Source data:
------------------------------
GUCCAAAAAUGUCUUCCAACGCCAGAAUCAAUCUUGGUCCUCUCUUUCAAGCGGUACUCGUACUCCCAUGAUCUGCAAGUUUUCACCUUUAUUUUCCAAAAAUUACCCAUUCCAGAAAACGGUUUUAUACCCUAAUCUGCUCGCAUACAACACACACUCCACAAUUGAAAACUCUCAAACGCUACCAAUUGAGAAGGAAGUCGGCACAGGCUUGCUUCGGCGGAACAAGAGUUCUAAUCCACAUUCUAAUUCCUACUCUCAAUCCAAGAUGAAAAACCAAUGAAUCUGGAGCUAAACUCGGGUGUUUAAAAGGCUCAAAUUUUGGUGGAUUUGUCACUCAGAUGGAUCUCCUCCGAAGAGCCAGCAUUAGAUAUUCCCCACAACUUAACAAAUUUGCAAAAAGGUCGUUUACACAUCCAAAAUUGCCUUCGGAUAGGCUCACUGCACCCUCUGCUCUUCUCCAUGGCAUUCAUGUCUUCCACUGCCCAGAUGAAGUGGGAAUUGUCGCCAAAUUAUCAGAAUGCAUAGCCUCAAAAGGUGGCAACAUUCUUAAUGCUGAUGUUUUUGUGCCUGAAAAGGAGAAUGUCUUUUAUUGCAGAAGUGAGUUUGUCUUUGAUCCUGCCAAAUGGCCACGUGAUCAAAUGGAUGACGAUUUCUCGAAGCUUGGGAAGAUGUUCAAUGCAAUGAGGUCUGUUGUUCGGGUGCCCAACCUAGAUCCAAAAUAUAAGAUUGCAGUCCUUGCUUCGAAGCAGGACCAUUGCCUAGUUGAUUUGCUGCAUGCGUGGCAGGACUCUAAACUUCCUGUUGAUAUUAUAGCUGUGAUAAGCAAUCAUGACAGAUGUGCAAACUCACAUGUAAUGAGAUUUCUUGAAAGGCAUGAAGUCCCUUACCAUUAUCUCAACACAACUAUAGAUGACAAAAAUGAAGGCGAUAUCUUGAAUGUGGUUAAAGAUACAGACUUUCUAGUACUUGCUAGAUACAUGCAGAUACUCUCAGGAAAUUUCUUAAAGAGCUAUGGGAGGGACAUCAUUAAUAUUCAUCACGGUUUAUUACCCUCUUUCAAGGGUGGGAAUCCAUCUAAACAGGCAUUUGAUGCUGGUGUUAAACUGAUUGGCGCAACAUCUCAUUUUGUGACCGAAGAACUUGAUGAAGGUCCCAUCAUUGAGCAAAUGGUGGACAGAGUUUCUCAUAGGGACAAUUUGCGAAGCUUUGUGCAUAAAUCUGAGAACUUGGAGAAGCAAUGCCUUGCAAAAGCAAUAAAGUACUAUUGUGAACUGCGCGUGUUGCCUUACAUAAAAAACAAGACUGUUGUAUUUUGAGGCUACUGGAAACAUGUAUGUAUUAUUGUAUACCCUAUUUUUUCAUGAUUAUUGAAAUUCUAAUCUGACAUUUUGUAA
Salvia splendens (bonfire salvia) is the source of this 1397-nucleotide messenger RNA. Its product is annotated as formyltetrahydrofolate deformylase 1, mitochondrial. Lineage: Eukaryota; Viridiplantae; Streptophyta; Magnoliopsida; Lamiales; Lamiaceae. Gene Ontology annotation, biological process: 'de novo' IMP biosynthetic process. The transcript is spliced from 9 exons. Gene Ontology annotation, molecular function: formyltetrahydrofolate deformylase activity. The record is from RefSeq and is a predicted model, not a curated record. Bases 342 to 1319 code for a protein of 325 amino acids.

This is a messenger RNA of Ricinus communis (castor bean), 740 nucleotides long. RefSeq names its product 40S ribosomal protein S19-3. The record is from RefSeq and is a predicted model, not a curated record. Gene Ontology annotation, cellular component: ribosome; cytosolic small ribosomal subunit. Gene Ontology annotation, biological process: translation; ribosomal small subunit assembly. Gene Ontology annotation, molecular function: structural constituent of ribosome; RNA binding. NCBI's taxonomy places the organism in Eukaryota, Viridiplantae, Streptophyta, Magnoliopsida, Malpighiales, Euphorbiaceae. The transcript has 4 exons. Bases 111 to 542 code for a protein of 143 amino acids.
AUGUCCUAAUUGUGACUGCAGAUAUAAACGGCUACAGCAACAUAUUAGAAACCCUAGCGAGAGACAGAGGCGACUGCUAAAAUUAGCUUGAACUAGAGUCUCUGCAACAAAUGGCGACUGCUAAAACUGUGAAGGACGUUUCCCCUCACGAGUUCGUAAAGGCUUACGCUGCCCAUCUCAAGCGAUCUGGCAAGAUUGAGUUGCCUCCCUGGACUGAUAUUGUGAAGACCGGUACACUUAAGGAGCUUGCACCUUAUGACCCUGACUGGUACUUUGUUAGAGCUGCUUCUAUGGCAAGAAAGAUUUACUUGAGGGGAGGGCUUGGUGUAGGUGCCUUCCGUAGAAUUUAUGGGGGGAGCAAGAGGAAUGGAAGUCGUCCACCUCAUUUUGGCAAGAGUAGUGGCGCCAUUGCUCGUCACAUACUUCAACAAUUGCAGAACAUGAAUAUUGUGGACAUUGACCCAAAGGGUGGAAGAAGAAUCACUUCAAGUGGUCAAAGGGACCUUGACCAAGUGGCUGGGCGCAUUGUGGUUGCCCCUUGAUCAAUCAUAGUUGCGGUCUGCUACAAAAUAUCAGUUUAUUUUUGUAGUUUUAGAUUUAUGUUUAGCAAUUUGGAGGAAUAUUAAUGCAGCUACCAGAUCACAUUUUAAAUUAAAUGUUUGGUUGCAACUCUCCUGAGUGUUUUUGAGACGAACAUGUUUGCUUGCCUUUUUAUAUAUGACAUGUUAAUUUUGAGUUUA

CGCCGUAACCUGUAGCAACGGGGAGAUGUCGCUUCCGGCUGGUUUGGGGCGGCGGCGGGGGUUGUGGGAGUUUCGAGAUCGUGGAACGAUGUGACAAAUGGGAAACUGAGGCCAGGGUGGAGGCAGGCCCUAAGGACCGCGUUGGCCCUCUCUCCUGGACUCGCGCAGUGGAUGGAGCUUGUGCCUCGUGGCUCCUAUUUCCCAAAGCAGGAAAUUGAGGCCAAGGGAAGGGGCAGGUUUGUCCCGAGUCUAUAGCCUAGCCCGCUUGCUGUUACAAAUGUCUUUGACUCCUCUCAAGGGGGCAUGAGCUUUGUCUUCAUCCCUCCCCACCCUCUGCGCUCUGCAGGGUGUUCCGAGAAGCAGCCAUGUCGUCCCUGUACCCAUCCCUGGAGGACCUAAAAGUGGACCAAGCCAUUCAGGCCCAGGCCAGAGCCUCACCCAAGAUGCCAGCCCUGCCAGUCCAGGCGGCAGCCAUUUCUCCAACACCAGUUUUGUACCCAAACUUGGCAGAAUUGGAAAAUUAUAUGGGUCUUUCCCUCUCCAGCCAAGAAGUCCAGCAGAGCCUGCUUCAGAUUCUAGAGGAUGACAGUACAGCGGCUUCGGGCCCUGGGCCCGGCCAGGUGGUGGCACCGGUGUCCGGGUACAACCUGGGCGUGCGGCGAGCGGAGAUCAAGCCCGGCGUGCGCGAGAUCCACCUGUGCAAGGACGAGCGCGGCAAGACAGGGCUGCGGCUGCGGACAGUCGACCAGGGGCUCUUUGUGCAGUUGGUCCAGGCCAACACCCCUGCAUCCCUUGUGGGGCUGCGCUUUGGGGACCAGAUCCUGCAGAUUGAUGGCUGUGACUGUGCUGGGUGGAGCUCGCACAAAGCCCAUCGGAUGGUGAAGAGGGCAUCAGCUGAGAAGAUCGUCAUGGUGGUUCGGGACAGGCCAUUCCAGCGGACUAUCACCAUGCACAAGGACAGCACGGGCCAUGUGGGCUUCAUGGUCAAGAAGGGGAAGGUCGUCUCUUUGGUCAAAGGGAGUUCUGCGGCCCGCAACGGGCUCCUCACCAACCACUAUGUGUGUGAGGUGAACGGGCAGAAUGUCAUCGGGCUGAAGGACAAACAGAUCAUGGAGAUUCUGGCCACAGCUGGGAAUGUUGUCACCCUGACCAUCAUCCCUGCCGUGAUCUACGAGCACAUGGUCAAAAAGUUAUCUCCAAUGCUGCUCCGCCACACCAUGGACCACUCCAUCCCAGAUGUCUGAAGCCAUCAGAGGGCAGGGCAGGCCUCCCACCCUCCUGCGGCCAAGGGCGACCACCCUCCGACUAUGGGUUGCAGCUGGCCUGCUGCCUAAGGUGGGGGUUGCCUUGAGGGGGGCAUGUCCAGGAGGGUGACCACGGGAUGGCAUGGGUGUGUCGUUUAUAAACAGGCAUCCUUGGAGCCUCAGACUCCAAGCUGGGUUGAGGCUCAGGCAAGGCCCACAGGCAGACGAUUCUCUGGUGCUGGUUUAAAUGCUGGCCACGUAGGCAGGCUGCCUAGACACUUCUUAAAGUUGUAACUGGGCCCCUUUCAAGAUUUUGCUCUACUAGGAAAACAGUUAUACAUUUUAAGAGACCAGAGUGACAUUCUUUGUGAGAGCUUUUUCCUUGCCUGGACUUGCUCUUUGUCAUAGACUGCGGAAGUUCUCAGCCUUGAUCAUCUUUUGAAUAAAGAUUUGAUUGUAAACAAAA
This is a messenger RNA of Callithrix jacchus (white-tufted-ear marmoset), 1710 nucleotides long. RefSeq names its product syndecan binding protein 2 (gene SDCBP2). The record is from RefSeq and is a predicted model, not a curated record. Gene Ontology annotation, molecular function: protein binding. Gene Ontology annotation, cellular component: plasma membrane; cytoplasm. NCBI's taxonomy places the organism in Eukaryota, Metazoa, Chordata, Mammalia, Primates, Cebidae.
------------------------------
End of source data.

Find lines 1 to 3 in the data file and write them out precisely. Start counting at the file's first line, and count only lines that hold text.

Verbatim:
GUCCAAAAAUGUCUUCCAACGCCAGAAUCAAUCUUGGUCCUCUCUUUCAAGCGGUACUCGUACUCCCAUGAUCUGCAAGUUUUCACCUUUAUUUUCCAAAAAUUACCCAUUCCAGAAAACGGUUUUAUACCCUAAUCUGCUCGCAUACAACACACACUCCACAAUUGAAAACUCUCAAACGCUACCAAUUGAGAAGGAAGUCGGCACAGGCUUGCUUCGGCGGAACAAGAGUUCUAAUCCACAUUCUAAUUCCUACUCUCAAUCCAAGAUGAAAAACCAAUGAAUCUGGAGCUAAACUCGGGUGUUUAAAAGGCUCAAAUUUUGGUGGAUUUGUCACUCAGAUGGAUCUCCUCCGAAGAGCCAGCAUUAGAUAUUCCCCACAACUUAACAAAUUUGCAAAAAGGUCGUUUACACAUCCAAAAUUGCCUUCGGAUAGGCUCACUGCACCCUCUGCUCUUCUCCAUGGCAUUCAUGUCUUCCACUGCCCAGAUGAAGUGGGAAUUGUCGCCAAAUUAUCAGAAUGCAUAGCCUCAAAAGGUGGCAACAUUCUUAAUGCUGAUGUUUUUGUGCCUGAAAAGGAGAAUGUCUUUUAUUGCAGAAGUGAGUUUGUCUUUGAUCCUGCCAAAUGGCCACGUGAUCAAAUGGAUGACGAUUUCUCGAAGCUUGGGAAGAUGUUCAAUGCAAUGAGGUCUGUUGUUCGGGUGCCCAACCUAGAUCCAAAAUAUAAGAUUGCAGUCCUUGCUUCGAAGCAGGACCAUUGCCUAGUUGAUUUGCUGCAUGCGUGGCAGGACUCUAAACUUCCUGUUGAUAUUAUAGCUGUGAUAAGCAAUCAUGACAGAUGUGCAAACUCACAUGUAAUGAGAUUUCUUGAAAGGCAUGAAGUCCCUUACCAUUAUCUCAACACAACUAUAGAUGACAAAAAUGAAGGCGAUAUCUUGAAUGUGGUUAAAGAUACAGACUUUCUAGUACUUGCUAGAUACAUGCAGAUACUCUCAGGAAAUUUCUUAAAGAGCUAUGGGAGGGACAUCAUUAAUAUUCAUCACGGUUUAUUACCCUCUUUCAAGGGUGGGAAUCCAUCUAAACAGGCAUUUGAUGCUGGUGUUAAACUGAUUGGCGCAACAUCUCAUUUUGUGACCGAAGAACUUGAUGAAGGUCCCAUCAUUGAGCAAAUGGUGGACAGAGUUUCUCAUAGGGACAAUUUGCGAAGCUUUGUGCAUAAAUCUGAGAACUUGGAGAAGCAAUGCCUUGCAAAAGCAAUAAAGUACUAUUGUGAACUGCGCGUGUUGCCUUACAUAAAAAACAAGACUGUUGUAUUUUGAGGCUACUGGAAACAUGUAUGUAUUAUUGUAUACCCUAUUUUUUCAUGAUUAUUGAAAUUCUAAUCUGACAUUUUGUAA
Salvia splendens (bonfire salvia) is the source of this 1397-nucleotide messenger RNA. Its product is annotated as formyltetrahydrofolate deformylase 1, mitochondrial. Lineage: Eukaryota; Viridiplantae; Streptophyta; Magnoliopsida; Lamiales; Lamiaceae. Gene Ontology annotation, biological process: 'de novo' IMP biosynthetic process. The transcript is spliced from 9 exons. Gene Ontology annotation, molecular function: formyltetrahydrofolate deformylase activity. The record is from RefSeq and is a predicted model, not a curated record. Bases 342 to 1319 code for a protein of 325 amino acids.

This is a messenger RNA of Ricinus communis (castor bean), 740 nucleotides long. RefSeq names its product 40S ribosomal protein S19-3. The record is from RefSeq and is a predicted model, not a curated record. Gene Ontology annotation, cellular component: ribosome; cytosolic small ribosomal subunit. Gene Ontology annotation, biological process: translation; ribosomal small subunit assembly. Gene Ontology annotation, molecular function: structural constituent of ribosome; RNA binding. NCBI's taxonomy places the organism in Eukaryota, Viridiplantae, Streptophyta, Magnoliopsida, Malpighiales, Euphorbiaceae. The transcript has 4 exons. Bases 111 to 542 code for a protein of 143 amino acids.